Discussion about math, puzzles, games and fun. Useful symbols: ÷ × ½ √ ∞ ≠ ≤ ≥ ≈ ⇒ ± ∈ Δ θ ∴ ∑ ∫ π -¹ ² ³ °

You are not logged in.

- Topics: Active | Unanswered

Pages: **1**

**George,Y****Member**- Registered: 2006-03-12
- Posts: 1,332

Hi boys and girls

I recently encounter an interesting task on studying fund rating methodologies. And I fund Lipper's Preservation Measure is

Sum(Min(0,ri))/T or Sum(Min(0,ri))/N*(T/N)

What it actually does is turn all the positive return r's to 0 and compute the average.

If we assume r normally distributed as N(u,s²)

The negative expectation can be modeled as E- =*∫r*pdf dr over (-∞,0)*

I came up with the answer

E-= *u*N(-u/s)-(s/√2π)*exp(-u²/2s²)*

But Michael Stutzer in his paper *Mutual Fund Ratings: What is the Risk in Risk-Adjusted Fund Returns?* derived an approximation as

Could you check this out and tell me why the difference? Thanks!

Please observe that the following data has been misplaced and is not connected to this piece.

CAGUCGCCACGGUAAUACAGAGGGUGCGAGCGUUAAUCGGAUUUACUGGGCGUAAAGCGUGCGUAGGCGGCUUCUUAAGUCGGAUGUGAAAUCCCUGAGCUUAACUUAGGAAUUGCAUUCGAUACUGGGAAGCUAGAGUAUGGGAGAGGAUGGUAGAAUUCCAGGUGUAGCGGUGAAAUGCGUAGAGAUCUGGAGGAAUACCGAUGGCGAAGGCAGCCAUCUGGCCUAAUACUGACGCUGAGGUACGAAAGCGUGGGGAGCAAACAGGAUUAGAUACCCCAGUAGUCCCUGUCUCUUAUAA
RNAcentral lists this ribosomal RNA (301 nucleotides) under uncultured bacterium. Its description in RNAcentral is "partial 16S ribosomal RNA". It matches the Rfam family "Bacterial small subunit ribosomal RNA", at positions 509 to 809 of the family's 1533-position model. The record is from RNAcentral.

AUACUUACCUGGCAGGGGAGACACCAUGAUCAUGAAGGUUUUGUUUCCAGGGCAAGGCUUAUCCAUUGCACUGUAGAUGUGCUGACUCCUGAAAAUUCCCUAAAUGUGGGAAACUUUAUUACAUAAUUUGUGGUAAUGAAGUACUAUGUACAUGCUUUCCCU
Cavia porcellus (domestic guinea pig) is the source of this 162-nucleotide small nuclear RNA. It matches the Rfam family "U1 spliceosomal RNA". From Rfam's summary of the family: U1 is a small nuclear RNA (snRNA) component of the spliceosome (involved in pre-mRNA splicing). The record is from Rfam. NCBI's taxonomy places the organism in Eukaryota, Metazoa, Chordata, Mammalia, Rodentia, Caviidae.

*Last edited by George,Y (2010-06-23 14:52:16)*

**X'(y-Xβ)=0**

Offline

**Ricky****Moderator**- Registered: 2005-12-04
- Posts: 3,791

Here is the paper. I can't find the computation you claim.

Also, be careful George. You need to assume an infinite amount of real numbers in order to calculate that integral

"In the real world, this would be a problem. But in mathematics, we can just define a place where this problem doesn't exist. So we'll go ahead and do that now..."

Offline

**George,Y****Member**- Registered: 2006-03-12
- Posts: 1,332

at page 19

"You need to assume an infinite amount "

If infinite independent factors were real, normal curve would have explained everything. Unfortunately, there is always "fat tail" phenomenon, which indicates only finite factors in the real world.

**X'(y-Xβ)=0**

Offline

**George,Y****Member**- Registered: 2006-03-12
- Posts: 1,332

page 39 appendix

**X'(y-Xβ)=0**

Offline

Pages: **1**